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Proceedings Paper

Small-capacity low-cost (Ni-H2) design concept for commercial, military, and higher volume aerospace applications
Author(s): James R. Wheeler; William Dean Cook; Ron Smith
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Paper Abstract

Nickel-Hydrogen (Ni-H2) batteries have become the technology of choice for both commercial and defense-related satellites in geosynchronous orbits. Their use for low-earth-orbit (LEO) applications is not as advanced, but seems just as inevitable because of their inherent advantages over nickel-cadmium batteries. These include superior energy density, longer cycle life, and better tolerance to over-charge and reversal. Ni-H, cells have the added advantage in both construction and operation of not presenting the environmental possibility of cadmium pollution. Unfortunately, but necessarily, the design of these cells has been driven to high cost by the sophistication of the satellites and their uses. Now, using most of the same concepts but less costly materials and techniques, a low cost, small cell design has been developed. Combined with the concept of the common pressure vessel, this new design promises to he ideal for the "small-sat" and commercial markets which, increasingly, are calling for large numbers of less-expensive satellites.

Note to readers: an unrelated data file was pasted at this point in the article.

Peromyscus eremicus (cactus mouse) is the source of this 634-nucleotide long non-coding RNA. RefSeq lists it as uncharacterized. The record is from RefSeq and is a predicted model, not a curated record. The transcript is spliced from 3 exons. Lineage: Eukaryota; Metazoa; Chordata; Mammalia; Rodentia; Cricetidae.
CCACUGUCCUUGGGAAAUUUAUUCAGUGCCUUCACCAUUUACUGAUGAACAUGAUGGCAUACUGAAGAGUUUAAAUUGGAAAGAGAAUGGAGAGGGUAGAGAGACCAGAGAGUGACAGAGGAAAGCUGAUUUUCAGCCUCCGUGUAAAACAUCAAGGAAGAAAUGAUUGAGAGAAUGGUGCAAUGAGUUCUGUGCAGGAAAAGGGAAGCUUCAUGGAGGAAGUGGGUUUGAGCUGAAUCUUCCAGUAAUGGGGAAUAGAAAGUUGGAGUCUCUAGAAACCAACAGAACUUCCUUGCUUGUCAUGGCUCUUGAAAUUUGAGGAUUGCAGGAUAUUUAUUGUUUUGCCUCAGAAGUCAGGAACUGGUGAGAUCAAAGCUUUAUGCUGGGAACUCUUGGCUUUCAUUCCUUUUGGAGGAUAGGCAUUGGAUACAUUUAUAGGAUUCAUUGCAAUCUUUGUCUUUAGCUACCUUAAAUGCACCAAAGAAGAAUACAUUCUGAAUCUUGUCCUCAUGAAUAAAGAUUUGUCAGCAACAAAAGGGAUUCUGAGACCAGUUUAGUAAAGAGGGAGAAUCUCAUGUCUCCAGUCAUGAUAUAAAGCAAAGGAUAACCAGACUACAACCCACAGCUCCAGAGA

Paper Details

Date Published: 1 July 1991
PDF: 6 pages
Proc. SPIE 1495, Small-Satellite Technology and Applications, (1 July 1991);
Show Author Affiliations
James R. Wheeler, Eagle-Picher Industries, Inc. (United States)
William Dean Cook, Eagle-Picher Industries, Inc. (United States)
Ron Smith, Eagle-Picher Industries, Inc. (United States)

Published in SPIE Proceedings Vol. 1495:
Small-Satellite Technology and Applications
Brian J. Horais, Editor(s)

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